The --hide-missing and --unlock-present adjusted branches depend on whether the content of a file is present. So after a get or drop, the branch needs to be updated to reflect the change.

To avoid the user needing to do it manually, the annex.adjustedbranchrefresh config automates it now. That is not yet enabled by default, because it can be slow.

Can it be done efficiently enough to become default? And how frequently can it update without being too slow? After every file or after some number of files, or after processing all files in a (sub-)tree, or only once at the end of a command?

The config was designed as a numeric scale with the hope that it might later become a simple boolean if it got fast enough. Since 0 is false and > 0 is true, in git config, the old values will still work.

Investigation of the obvious things that make it slow follows:

efficient branch adjustment

updateAdjustedBranch re-adjusts the whole branch. That is inneficient for a branch with a large number of files in it. We need a way to incrementally adjust part of the branch.

(Or maybe not need because maybe it's acceptable for it to be slow; slow is still better than manual, probably.)

Git.Tree.adjustTree recursively lists the tree and applies the adjustment to each item in it. What's needed is a way to adjust only the subtree containing a file, and then use Git.Tree.graftTree to graft that into the existing tree. Seems quite doable!

graftTree does use getTree, so buffers the whole tree object in memory. adjustTree avoids doing that. I think it's probably ok though; git probably also buffers tree objects in memory. Only the tree objects down to the graft point need to be buffered.

Oh, also, it can cache a few tree objects to speed this up more. Eg after dropping foo/bar/1 buffer foo and foo/bar's objects, and use that when dropping foo/bar/2.

efficient checkout

updateAdjustedBranch checks out the new version of the branch.

git checkout needs to diff the old and new tree, and while git is fast, it's not magic. Consider if, after every file dropped, we checked out a new branch that did not contain that file. Dropping can be quite fast, thousands of files per second.. How much would those git checkouts slow it down?

I benchmarked to find out. (On an SSD)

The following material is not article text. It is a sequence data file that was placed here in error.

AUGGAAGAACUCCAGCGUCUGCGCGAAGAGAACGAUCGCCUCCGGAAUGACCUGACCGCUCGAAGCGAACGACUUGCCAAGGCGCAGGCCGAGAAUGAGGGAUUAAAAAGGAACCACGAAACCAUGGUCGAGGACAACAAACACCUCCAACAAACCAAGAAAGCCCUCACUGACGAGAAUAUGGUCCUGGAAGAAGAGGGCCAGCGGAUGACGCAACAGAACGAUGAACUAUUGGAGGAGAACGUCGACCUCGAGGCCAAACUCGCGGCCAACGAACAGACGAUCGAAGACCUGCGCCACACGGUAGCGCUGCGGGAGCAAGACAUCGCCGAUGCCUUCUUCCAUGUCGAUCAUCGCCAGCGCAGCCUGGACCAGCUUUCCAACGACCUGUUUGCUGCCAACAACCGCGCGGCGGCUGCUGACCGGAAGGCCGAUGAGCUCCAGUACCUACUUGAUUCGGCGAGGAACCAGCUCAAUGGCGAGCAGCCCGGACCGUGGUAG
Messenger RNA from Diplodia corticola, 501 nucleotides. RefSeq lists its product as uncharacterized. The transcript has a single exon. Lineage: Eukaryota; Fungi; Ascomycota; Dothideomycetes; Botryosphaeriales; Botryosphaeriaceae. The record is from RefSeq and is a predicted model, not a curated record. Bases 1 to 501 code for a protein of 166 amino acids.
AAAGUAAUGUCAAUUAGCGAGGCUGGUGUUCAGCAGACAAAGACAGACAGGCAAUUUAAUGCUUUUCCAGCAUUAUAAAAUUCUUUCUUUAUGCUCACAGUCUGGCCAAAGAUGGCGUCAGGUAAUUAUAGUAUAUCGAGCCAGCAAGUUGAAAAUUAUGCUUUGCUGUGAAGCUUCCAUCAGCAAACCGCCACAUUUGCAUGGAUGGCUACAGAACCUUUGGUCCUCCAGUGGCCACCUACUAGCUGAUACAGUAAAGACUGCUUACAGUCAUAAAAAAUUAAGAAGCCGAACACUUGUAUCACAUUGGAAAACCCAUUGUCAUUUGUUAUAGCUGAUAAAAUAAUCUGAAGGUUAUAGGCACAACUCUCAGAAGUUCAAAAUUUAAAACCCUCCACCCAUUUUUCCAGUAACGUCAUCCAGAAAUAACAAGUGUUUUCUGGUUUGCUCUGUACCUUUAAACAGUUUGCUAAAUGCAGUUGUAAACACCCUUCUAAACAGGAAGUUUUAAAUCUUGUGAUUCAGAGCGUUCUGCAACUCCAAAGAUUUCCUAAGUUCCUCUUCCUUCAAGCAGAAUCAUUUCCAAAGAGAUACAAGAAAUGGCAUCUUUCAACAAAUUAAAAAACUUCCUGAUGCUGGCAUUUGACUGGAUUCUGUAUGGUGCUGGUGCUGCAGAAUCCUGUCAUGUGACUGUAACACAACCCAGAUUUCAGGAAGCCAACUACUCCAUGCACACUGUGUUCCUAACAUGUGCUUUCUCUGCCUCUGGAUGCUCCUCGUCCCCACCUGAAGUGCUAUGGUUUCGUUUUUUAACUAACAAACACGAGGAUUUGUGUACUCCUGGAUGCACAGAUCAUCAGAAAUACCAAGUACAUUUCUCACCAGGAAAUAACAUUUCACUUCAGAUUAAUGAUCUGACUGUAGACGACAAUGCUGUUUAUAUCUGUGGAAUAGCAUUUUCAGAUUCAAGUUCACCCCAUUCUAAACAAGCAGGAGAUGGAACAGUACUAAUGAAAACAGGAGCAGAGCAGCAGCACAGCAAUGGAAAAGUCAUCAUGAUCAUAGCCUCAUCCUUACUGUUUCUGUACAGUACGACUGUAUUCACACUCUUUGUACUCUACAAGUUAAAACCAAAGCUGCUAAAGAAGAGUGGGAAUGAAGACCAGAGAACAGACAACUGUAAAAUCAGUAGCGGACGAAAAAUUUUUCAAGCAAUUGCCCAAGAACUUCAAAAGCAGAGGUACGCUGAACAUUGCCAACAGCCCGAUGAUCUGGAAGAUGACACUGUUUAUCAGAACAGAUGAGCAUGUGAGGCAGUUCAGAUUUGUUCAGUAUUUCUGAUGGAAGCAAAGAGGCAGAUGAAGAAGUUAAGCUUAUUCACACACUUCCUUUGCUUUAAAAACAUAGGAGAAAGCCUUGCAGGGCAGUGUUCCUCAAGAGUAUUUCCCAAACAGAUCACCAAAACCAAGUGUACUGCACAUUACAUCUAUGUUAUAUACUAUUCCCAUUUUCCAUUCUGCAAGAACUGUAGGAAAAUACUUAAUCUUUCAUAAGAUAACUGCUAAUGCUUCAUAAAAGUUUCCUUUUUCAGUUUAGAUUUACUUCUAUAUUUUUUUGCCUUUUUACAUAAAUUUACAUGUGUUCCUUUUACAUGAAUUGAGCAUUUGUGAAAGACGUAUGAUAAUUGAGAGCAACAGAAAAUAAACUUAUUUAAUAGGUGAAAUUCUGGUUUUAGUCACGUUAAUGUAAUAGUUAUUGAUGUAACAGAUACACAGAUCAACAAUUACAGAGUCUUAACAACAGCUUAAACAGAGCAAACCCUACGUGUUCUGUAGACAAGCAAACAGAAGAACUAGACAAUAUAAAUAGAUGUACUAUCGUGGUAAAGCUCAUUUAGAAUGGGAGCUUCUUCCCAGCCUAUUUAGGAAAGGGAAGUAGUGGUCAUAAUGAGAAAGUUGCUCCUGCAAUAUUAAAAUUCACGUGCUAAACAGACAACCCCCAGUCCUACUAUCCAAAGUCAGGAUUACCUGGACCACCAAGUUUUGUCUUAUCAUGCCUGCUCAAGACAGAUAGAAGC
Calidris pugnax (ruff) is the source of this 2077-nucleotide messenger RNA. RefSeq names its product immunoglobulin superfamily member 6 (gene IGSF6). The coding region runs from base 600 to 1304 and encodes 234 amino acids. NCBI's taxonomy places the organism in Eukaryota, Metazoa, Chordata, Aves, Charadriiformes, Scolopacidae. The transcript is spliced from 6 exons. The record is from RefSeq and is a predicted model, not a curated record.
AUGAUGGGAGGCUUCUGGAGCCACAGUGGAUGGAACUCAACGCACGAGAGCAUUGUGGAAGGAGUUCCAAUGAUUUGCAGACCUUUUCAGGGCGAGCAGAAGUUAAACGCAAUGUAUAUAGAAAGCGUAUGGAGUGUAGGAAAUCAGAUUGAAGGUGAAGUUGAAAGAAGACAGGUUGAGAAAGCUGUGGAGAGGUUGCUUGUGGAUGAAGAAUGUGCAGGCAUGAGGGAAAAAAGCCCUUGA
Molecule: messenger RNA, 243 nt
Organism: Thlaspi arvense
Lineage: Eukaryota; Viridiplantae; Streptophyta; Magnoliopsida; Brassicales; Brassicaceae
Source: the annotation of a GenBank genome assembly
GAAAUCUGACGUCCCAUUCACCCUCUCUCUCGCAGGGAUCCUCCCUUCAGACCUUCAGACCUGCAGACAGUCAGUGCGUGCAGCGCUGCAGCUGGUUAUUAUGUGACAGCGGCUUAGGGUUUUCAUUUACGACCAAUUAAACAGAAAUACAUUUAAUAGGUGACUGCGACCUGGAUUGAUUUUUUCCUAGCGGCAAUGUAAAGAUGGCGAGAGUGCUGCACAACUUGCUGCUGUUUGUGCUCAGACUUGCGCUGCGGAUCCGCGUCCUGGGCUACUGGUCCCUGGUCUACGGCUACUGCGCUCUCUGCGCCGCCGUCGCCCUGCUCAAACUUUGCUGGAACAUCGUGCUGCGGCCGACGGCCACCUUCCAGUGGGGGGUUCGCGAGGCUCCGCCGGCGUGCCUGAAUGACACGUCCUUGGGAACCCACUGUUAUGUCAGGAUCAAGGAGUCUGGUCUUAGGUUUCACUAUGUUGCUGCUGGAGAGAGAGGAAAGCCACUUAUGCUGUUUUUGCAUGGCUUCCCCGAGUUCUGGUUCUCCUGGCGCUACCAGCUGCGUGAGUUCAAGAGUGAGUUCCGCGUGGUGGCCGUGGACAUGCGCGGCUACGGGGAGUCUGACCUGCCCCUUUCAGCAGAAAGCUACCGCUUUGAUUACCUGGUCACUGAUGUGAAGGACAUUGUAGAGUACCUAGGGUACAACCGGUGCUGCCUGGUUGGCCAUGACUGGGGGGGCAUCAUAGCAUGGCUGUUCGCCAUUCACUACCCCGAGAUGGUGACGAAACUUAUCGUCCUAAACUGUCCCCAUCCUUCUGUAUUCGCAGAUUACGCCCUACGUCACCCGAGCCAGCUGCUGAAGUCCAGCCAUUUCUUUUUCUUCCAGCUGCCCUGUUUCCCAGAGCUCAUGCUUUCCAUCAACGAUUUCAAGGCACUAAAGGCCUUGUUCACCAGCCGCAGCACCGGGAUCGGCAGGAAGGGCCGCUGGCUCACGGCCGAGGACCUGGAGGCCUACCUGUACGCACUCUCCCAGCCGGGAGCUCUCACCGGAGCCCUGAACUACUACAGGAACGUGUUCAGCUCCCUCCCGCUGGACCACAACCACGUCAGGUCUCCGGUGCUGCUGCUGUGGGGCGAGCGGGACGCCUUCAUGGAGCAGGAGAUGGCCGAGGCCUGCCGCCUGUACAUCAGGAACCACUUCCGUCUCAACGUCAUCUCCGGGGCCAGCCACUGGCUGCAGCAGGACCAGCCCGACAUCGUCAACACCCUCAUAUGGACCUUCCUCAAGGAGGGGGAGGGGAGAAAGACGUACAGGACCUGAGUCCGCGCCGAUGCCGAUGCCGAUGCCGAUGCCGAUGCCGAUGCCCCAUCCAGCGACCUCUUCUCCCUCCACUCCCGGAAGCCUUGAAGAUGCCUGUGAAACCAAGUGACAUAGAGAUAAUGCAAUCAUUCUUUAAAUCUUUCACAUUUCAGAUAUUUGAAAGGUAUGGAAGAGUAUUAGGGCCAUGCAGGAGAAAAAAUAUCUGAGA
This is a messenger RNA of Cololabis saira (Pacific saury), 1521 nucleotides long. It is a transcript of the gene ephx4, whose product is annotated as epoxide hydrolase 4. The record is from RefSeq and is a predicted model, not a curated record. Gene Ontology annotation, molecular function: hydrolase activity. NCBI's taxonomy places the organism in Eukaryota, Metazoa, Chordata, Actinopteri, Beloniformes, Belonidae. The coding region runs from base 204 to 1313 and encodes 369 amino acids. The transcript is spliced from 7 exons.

for x in $(seq 1 10000); do echo $x > $x; git add $x; git commit -m add; done

time while git checkout --quiet HEAD^;do : ; done
real    5m59.489s
user    4m34.775s
sys 3m39.665s

Seems like git-annex could do the equivilant of checkout more quickly, since it knows the part of the branch that changed. Eg, git rm the file, and update the sha1 that HEAD points to.

dangling git objects

Incremental adjusting would generate new trees each time, and a new commit. If it's done a lot, those will pile up. They get deleted by gc, but normally would only be deleted after some time. Perhaps git-annex could delete them itself. (At least if they remain loose git objects; deleting them once they reach a pack file seems hard.)

(The tree object buffer mentioned above suggests the approach of, when an object in the buffer gets replaced with another object for the same tree position, delete the old object from .git/objects.)

A git repo containing 10000 commits, starting with 10000 files and ending with 0, deleting 1 file per commit, weighs in at 99mb. That's with short filenames, more typical filenames would add to it. (It packs down to 9 mb, but that's just extra work for objects that will get gc'ed away eventually.)

slowness in writing git objects

git-annex uses git commit-tree to create new commits on the adjusted branch. That is not batched, so running once per file may get slow.

And to write trees, it uses git mktree --batch. But, a new process is started each time by Git.Tree.adjustTree (and other things). Making that a long-running process would speed it up, probably.

queue flush slowness

It uses Annex.Queue.flush to avoid a problem with dropping files, which depopuates the pointer file, which git sees as modified until restaged, which then prevents checking out the version of the branch where the pointer file is a symlink. There must be a less expensive way to handle that.

(All the extra "(recording state in git...)" when dropping are due to it doing that too.)